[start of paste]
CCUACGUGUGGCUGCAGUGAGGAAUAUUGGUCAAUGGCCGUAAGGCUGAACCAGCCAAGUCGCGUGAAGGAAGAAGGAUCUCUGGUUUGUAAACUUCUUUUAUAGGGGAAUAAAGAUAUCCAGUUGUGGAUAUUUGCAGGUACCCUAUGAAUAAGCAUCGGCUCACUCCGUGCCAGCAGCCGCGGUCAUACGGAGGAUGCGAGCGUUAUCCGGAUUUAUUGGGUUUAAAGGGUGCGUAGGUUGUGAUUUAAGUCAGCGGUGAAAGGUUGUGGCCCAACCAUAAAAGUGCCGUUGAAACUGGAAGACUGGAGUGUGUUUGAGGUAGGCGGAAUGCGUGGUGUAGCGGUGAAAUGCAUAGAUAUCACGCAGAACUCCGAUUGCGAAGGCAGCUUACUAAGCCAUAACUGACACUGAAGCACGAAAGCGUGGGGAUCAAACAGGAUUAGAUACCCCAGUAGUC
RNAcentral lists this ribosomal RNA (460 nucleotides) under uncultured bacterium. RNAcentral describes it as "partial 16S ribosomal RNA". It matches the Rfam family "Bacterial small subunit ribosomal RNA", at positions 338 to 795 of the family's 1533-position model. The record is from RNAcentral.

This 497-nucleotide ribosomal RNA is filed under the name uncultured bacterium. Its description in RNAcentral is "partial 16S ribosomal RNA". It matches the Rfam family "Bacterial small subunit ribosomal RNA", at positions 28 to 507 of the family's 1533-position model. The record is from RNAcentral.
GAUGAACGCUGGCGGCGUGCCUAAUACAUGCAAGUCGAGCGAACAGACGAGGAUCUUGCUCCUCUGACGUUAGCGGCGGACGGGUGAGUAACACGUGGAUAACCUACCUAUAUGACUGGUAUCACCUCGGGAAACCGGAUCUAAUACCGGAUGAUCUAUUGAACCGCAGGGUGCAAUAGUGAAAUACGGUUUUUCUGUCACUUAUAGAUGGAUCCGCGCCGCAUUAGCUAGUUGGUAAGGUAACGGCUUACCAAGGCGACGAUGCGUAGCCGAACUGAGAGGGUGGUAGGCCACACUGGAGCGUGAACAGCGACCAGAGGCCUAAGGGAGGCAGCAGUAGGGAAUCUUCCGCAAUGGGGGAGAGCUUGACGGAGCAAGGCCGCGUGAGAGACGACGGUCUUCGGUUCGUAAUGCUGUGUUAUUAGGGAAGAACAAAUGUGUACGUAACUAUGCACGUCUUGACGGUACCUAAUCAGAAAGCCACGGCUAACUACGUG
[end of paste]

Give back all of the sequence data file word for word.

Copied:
CCUACGUGUGGCUGCAGUGAGGAAUAUUGGUCAAUGGCCGUAAGGCUGAACCAGCCAAGUCGCGUGAAGGAAGAAGGAUCUCUGGUUUGUAAACUUCUUUUAUAGGGGAAUAAAGAUAUCCAGUUGUGGAUAUUUGCAGGUACCCUAUGAAUAAGCAUCGGCUCACUCCGUGCCAGCAGCCGCGGUCAUACGGAGGAUGCGAGCGUUAUCCGGAUUUAUUGGGUUUAAAGGGUGCGUAGGUUGUGAUUUAAGUCAGCGGUGAAAGGUUGUGGCCCAACCAUAAAAGUGCCGUUGAAACUGGAAGACUGGAGUGUGUUUGAGGUAGGCGGAAUGCGUGGUGUAGCGGUGAAAUGCAUAGAUAUCACGCAGAACUCCGAUUGCGAAGGCAGCUUACUAAGCCAUAACUGACACUGAAGCACGAAAGCGUGGGGAUCAAACAGGAUUAGAUACCCCAGUAGUC
RNAcentral lists this ribosomal RNA (460 nucleotides) under uncultured bacterium. RNAcentral describes it as "partial 16S ribosomal RNA". It matches the Rfam family "Bacterial small subunit ribosomal RNA", at positions 338 to 795 of the family's 1533-position model. The record is from RNAcentral.

This 497-nucleotide ribosomal RNA is filed under the name uncultured bacterium. Its description in RNAcentral is "partial 16S ribosomal RNA". It matches the Rfam family "Bacterial small subunit ribosomal RNA", at positions 28 to 507 of the family's 1533-position model. The record is from RNAcentral.
GAUGAACGCUGGCGGCGUGCCUAAUACAUGCAAGUCGAGCGAACAGACGAGGAUCUUGCUCCUCUGACGUUAGCGGCGGACGGGUGAGUAACACGUGGAUAACCUACCUAUAUGACUGGUAUCACCUCGGGAAACCGGAUCUAAUACCGGAUGAUCUAUUGAACCGCAGGGUGCAAUAGUGAAAUACGGUUUUUCUGUCACUUAUAGAUGGAUCCGCGCCGCAUUAGCUAGUUGGUAAGGUAACGGCUUACCAAGGCGACGAUGCGUAGCCGAACUGAGAGGGUGGUAGGCCACACUGGAGCGUGAACAGCGACCAGAGGCCUAAGGGAGGCAGCAGUAGGGAAUCUUCCGCAAUGGGGGAGAGCUUGACGGAGCAAGGCCGCGUGAGAGACGACGGUCUUCGGUUCGUAAUGCUGUGUUAUUAGGGAAGAACAAAUGUGUACGUAACUAUGCACGUCUUGACGGUACCUAAUCAGAAAGCCACGGCUAACUACGUG